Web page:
It's time for another variation on the cutbacks theme for the Consumer Product Safety Commission.
The latest proposal from the Office of Management and Budget would set a ceiling equal to 560 full-time workers for fiscal 1985, compared with 595 for fiscal 1984 and 636 for fiscal 1983. At its peak in fiscal 1981, the CPSC had 889 staff members.
In a cover letter to Chairman Nancy Harvey Steorts, OMB Deputy Director Joseph R. Wright said, "The president is depending on you and your agency to help him curb the growth of federal spending by managing your resources prudently and ensuring that appropriate federal responsibilities are performed in the most cost-effective and efficient manner."
Steorts said yesterday that she will appeal the OMB proposal, "just as I did the letter I received last year." In that letter, the OMB had proposed 500 staff members and $28 million for the agency for fiscal 1983. After Steorts appealed, the OMB changed the numbers to 595 people and $32 million.
"If the philosophy is to do away with the agency, then this is certainly one way to do that," said Commissioner Stuart M. Statler, referring to the latest round of proposed cuts. "It is a subtle means, but it is damaging nonetheless." PUBLICIZING THE PINCH . . .
The CPSC has announced that it is closing its two-year investigation of certain types of residential circuit breakers after finding failures but no evidence of a serious risk of injury.
Financial considerations were cited as a major reason for ending the probe.
"We are concerned about failures but we can't go forward, because it would require several million dollars to complete it," said Lou Brott, an agency spokesman.
The CPSC began investigating Federal Pacific Electric circuit breakers in June, 1980, when Reliance Electric Co., its parent company, told the commission that many of the circuit breakers did not comply with the requirements of the Underwriters Laboratories Inc. The commission found that the breakers failed certain UL calibration test requirements, but could not establish that this posed a serious risk to consumers.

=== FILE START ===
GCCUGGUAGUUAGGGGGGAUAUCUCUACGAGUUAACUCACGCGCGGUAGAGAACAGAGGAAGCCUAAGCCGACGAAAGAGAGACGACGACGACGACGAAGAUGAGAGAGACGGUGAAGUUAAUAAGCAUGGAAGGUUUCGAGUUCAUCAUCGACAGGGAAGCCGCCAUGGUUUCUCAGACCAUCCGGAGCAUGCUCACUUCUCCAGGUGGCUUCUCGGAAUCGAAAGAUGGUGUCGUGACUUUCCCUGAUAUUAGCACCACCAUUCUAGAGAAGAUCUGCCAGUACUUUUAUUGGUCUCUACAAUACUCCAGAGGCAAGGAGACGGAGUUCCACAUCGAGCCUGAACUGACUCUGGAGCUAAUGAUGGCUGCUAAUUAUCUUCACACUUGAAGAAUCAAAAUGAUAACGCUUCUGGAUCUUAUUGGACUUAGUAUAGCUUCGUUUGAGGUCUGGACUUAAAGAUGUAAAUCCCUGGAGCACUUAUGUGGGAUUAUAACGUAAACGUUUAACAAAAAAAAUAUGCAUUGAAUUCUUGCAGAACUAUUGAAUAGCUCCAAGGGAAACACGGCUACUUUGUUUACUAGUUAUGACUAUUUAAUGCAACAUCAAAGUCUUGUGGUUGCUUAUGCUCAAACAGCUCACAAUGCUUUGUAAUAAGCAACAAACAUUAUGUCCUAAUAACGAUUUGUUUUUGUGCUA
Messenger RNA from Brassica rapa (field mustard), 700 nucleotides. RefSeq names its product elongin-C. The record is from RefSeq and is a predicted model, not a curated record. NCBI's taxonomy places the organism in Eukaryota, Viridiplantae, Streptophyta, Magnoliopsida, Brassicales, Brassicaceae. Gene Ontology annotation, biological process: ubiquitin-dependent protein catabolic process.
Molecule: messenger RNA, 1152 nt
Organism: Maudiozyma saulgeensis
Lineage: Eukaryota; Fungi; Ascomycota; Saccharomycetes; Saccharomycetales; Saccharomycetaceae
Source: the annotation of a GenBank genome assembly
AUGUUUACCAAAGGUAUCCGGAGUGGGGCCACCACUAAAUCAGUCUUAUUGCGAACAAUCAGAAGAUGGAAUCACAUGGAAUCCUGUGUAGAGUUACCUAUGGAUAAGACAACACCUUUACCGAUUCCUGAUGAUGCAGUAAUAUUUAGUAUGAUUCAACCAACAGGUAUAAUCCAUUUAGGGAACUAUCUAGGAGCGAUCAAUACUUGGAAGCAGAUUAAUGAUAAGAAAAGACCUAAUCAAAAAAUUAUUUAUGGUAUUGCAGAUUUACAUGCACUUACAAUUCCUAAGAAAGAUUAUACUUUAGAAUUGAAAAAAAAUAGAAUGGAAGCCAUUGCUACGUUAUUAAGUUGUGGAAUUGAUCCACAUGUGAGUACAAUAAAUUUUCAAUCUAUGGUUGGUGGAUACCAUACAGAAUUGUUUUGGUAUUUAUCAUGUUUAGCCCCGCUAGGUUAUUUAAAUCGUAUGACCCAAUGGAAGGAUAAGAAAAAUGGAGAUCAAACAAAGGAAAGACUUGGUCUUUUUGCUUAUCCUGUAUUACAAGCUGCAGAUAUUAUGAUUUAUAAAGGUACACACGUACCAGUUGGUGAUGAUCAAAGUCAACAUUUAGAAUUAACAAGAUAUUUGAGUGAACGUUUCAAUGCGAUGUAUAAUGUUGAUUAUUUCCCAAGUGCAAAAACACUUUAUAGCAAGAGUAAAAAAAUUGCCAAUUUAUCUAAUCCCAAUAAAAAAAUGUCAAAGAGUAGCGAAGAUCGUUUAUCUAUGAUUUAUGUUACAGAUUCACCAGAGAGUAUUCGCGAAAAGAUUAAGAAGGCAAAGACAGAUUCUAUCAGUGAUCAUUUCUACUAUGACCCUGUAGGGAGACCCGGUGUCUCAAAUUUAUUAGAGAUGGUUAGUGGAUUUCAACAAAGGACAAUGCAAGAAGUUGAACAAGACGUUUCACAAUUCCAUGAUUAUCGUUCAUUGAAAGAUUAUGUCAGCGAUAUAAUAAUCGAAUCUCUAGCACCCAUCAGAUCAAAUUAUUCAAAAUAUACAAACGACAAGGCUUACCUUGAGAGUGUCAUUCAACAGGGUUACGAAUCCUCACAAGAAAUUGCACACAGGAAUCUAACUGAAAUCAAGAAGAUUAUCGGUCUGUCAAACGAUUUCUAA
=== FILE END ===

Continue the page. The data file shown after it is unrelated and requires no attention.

Commissioner Edith Barksdale Sloan initially voted to continue the investigation, but then changed her vote to create a majority in support of terminating it. Sloan said she made that decision so that a news release could be issued, pointing to the role that resources play in commission decisions on health and safety matters. Otherwise, the investigation would have been left in limbo.
"In this as in other matters, I personally regret that the lack of resources inhibits pursuit of information as to possible hazards affecting American consumers," Sloan said in a separate news release on the decision. SCANLON HEARINGS . . .
Terrence Scanlon, 43, who has been nominated to fill the commission's vacant seat, is scheduled to appear March 16 before the Senate Commerce, Science and Transportation Committee.
"No problem is expected, so the hearing may be fairly fast--only an hour or so," according to one CPSC staffer.
If the nomination sails through as expected, Scanlon could be confirmed, appointed and sworn in before the end of the month.
That would give the commission five members for the first time since David Pittle's term expired on Oct. 26, 1982. --Molly Sinclair